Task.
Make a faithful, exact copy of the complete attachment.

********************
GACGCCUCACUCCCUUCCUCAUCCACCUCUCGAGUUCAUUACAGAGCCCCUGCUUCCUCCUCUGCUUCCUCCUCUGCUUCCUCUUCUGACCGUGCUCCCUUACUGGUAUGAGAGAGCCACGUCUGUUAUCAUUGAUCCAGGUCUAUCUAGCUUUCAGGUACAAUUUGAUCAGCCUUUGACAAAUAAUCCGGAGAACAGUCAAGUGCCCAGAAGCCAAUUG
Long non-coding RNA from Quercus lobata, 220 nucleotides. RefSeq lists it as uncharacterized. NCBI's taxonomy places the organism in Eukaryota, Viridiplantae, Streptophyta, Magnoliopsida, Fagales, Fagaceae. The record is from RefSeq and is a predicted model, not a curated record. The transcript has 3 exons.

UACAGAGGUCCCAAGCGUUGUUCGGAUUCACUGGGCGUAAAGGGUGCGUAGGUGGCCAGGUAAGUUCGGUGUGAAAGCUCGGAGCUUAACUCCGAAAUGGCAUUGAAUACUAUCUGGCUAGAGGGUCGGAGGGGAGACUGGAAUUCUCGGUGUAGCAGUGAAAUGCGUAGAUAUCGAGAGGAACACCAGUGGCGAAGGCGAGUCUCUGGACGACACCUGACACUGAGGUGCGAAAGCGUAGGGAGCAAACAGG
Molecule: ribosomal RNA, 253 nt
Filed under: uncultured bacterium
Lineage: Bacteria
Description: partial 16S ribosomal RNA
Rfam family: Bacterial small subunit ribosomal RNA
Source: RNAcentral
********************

GACGCCUCACUCCCUUCCUCAUCCACCUCUCGAGUUCAUUACAGAGCCCCUGCUUCCUCCUCUGCUUCCUCCUCUGCUUCCUCUUCUGACCGUGCUCCCUUACUGGUAUGAGAGAGCCACGUCUGUUAUCAUUGAUCCAGGUCUAUCUAGCUUUCAGGUACAAUUUGAUCAGCCUUUGACAAAUAAUCCGGAGAACAGUCAAGUGCCCAGAAGCCAAUUG
Long non-coding RNA from Quercus lobata, 220 nucleotides. RefSeq lists it as uncharacterized. NCBI's taxonomy places the organism in Eukaryota, Viridiplantae, Streptophyta, Magnoliopsida, Fagales, Fagaceae. The record is from RefSeq and is a predicted model, not a curated record. The transcript has 3 exons.

UACAGAGGUCCCAAGCGUUGUUCGGAUUCACUGGGCGUAAAGGGUGCGUAGGUGGCCAGGUAAGUUCGGUGUGAAAGCUCGGAGCUUAACUCCGAAAUGGCAUUGAAUACUAUCUGGCUAGAGGGUCGGAGGGGAGACUGGAAUUCUCGGUGUAGCAGUGAAAUGCGUAGAUAUCGAGAGGAACACCAGUGGCGAAGGCGAGUCUCUGGACGACACCUGACACUGAGGUGCGAAAGCGUAGGGAGCAAACAGG
Molecule: ribosomal RNA, 253 nt
Filed under: uncultured bacterium
Lineage: Bacteria
Description: partial 16S ribosomal RNA
Rfam family: Bacterial small subunit ribosomal RNA
Source: RNAcentral